Implementation of an instruction pipeline is a common technique used when working with microprocessors. Pipelining improves operation and processing time. Microprocessors such as the Microchip® PIC32MX460F512L on the chipKIT Pro MX4 board use this technology to provide efficient processing and instruction execution. Though the process is sophisticated, it is actually quite simple in concept. In my explanation of instruction pipelines, I’ll specifically refer to the Microchip PIC32 microprocessor.
If you’ve been around the Digilent Blog, you’ve probably seen a lot of robots. Remember Susan the Line-Following Pig? Well, I recently found a small, portable solar panel in the MakerSpace at Digilent and I was inspired to build a solar-powered robot. Similar to Susan, I will be using the chipKIT Pro MX4 and the Digilent Motor Robot Kit (MRK) for my solar-powered design. However, when I first came up with this idea, it was the middle of winter. That being said, sunlight was quite a bit more scarce, especially up here in Pullman, WA. I first had to ask an important question: will I have enough sun?
Earlier today, Josh (a fellow intern and blog contributor) wrote a blog post about logic gates. After reading through Josh’s post and gaining an understanding of the concepts and basic functions of those gates, I figured now would be the perfect time to learn some code. I am going to go over each logic gate and it’s code in Verilog (a hardware language), VHDL (another hardware language) and C (software language).
LEDs are one of the coolest electronic components. They can brighten up any circuits project and turn it in to an eye-catching bonanza of blinking lights. Okay, corny imagery aside, they’re pretty cool. But have you ever thought of how they actually work? You likely already know that LED stands for light emitting diode. Where does the light emit from, though? There are no bulbs or filaments in an LED. So what’s going on in there that produces the glow that we love to have in all of our circuits?
This week happens to be National Library week, and although Digilent is not a library, we certainly use them! I’m not referring to public libraries, though (although I am personally a fan of them); rather, I’m talking about the C++ libraries that are widely used with our microcontrollers. Although C++ libraries are not quite the same as an IP for FPGAs, they serve a similar purpose. These libraries include a set of predefined functions that perform a specific task, such as sending and receiving a set of data over SPI, that the user can use without having to define what they do.
Back in March, we released a blog post announcing the ZYBOt. There was a set of Instructables and a video showing what the ZYBOt is all about. If you check those out, you can see that the ZYBOt is remote-controlled and has a video feed that can be displayed to a computer. The ZYBOt is a great project for people that want to dive into working with FPGAs and Linux.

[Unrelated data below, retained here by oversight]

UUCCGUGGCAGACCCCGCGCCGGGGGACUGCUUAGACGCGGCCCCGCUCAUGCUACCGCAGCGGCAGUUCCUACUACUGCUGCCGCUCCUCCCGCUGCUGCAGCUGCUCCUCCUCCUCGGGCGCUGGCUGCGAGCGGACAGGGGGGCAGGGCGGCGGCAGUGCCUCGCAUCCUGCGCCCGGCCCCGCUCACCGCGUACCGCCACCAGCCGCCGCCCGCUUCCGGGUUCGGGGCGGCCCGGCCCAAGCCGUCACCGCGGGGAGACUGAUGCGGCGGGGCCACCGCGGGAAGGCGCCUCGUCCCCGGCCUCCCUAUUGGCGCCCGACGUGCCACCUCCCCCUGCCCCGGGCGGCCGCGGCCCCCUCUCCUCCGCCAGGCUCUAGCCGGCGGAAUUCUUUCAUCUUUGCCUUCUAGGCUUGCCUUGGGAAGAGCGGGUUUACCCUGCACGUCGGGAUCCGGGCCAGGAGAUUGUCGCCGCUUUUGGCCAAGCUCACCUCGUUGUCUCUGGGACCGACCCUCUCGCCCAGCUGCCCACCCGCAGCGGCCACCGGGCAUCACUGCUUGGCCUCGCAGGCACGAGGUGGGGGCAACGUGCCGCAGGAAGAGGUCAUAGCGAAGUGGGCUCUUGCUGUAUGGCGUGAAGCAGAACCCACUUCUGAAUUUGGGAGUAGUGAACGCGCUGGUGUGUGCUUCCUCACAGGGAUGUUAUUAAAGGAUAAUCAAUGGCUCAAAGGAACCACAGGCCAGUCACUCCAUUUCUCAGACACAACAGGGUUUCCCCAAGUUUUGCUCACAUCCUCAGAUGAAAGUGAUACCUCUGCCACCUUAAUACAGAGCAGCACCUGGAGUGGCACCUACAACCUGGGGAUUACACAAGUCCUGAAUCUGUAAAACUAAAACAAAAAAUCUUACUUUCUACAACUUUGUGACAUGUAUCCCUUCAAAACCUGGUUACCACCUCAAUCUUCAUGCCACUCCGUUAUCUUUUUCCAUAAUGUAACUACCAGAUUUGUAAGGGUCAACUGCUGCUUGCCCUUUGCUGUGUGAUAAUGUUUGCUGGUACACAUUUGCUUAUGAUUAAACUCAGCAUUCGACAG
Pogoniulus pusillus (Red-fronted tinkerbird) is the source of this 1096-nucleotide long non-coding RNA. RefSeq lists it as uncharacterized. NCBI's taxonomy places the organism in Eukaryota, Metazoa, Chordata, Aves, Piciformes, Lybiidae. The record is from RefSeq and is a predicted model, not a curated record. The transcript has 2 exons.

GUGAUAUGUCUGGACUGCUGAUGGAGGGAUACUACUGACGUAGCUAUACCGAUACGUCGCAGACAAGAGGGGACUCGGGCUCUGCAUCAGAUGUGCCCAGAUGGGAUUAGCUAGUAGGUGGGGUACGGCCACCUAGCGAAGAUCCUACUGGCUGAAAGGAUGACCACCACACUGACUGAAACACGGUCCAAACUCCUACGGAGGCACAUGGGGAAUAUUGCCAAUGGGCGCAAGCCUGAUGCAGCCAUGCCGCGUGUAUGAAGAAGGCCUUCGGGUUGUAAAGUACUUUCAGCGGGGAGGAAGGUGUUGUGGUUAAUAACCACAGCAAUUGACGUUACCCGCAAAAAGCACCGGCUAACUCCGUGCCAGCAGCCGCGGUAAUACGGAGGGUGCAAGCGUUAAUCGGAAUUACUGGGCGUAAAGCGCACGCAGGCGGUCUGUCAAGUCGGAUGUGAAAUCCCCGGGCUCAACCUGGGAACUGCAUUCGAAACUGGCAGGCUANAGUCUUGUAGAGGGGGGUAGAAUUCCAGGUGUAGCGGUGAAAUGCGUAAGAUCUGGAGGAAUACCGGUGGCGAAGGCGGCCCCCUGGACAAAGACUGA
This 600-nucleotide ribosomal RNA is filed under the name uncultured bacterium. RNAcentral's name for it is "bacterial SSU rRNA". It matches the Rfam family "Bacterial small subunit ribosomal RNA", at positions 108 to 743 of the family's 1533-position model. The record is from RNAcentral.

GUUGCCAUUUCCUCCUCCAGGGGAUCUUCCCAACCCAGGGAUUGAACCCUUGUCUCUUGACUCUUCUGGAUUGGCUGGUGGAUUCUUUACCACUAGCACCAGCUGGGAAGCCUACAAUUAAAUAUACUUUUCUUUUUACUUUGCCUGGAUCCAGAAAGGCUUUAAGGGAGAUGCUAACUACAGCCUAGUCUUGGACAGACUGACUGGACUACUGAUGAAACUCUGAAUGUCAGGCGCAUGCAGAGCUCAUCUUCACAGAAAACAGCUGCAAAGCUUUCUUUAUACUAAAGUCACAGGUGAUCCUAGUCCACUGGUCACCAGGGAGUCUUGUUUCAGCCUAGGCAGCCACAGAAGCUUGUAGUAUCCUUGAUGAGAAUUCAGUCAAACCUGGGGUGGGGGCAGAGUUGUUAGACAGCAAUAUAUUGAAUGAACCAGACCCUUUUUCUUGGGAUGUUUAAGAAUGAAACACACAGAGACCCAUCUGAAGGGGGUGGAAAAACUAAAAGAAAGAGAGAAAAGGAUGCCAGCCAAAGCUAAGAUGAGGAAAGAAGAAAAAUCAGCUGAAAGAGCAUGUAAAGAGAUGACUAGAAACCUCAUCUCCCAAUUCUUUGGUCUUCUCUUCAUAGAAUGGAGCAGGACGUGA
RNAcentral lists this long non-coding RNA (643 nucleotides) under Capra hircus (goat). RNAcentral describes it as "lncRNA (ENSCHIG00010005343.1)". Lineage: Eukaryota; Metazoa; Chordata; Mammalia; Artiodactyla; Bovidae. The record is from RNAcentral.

Originally, this blog post was going to be about how Linux works with its kernel and everything. That turned out to be extremely dry, and it was a jumbled mess to try to fit everything into a blog post. Just check out the Linux wiki page for all that stuff. Instead this post is going to be more about parts of Linux that people should know about. Linux is used widely for developing software and embedded systems. One example is the Zybot, partially developed by Kaitlyn and me!
Now that we have Linux booted up on our computer, we can get programming. What happens if we want to create web pages? Well, we need to set-up our LAMP server. LAMP stands for Linux Apache MySQL PHP. This blog post goes in conjunction with a relevant Instructable about setting up our LAMP server, so just like the previous blog post about dual-booting Ubuntu, this is going to go over more of why we’re doing this. What the LAMP server will allow us to do it create a local host that will let us communicate with the Internet.
If you have a computer, you may have heard of Linux. Linux is a free ad open-source operating system, where the “base” code can be used and modified by anyone. Some of Digilent’s boards (like the ZYBO) use Linux. Linux is great for programming and development, but isn’t as user-friendly as other operating systems.
Inter-integrated-circuit, more commonly known as I²C (generally pronounced I-squared-C), is a communication style originally developed by Phillips Semiconductor (now NXP Semiconductor). Its design allows multiple components to be able to talk to each other on the same data line, making it widely used in a variety of systems, including Pmods. As a fan of Pmods, I’m in favor of learning how you can communicate with them and get them what you want to do. Let’s find out more.
Welcome back to the Digilent Blog! When we were working in C, we learned about the data structure called a “linked list”. Now, we’re going to go over two new data structures — stacks and queues. In this post, we’re going to make classes for stacks and queues to help show some of the capabilities of OOP (object-oriented programming)!
Robots that run around on motors are pretty sweet. These motors traditionally tend to be DC motors that are controlled through the use of an H-Bridge, which can change the flow of current so that the motor is able to run forwards or backwards. H-bridge modules, such as Digilent’s PmodHB3 or PmodHB5, also tend to have two pins labeled as Sensor A and Sensor B that measure which direction the motor is rotating. The two sensors, A and B, will be wired to the outputs of components known as Hall effect sensors. Unsurprisingly, these measure the Hall effect. But rather than having the “word in the definition” problem, let’s learn some of the practical details.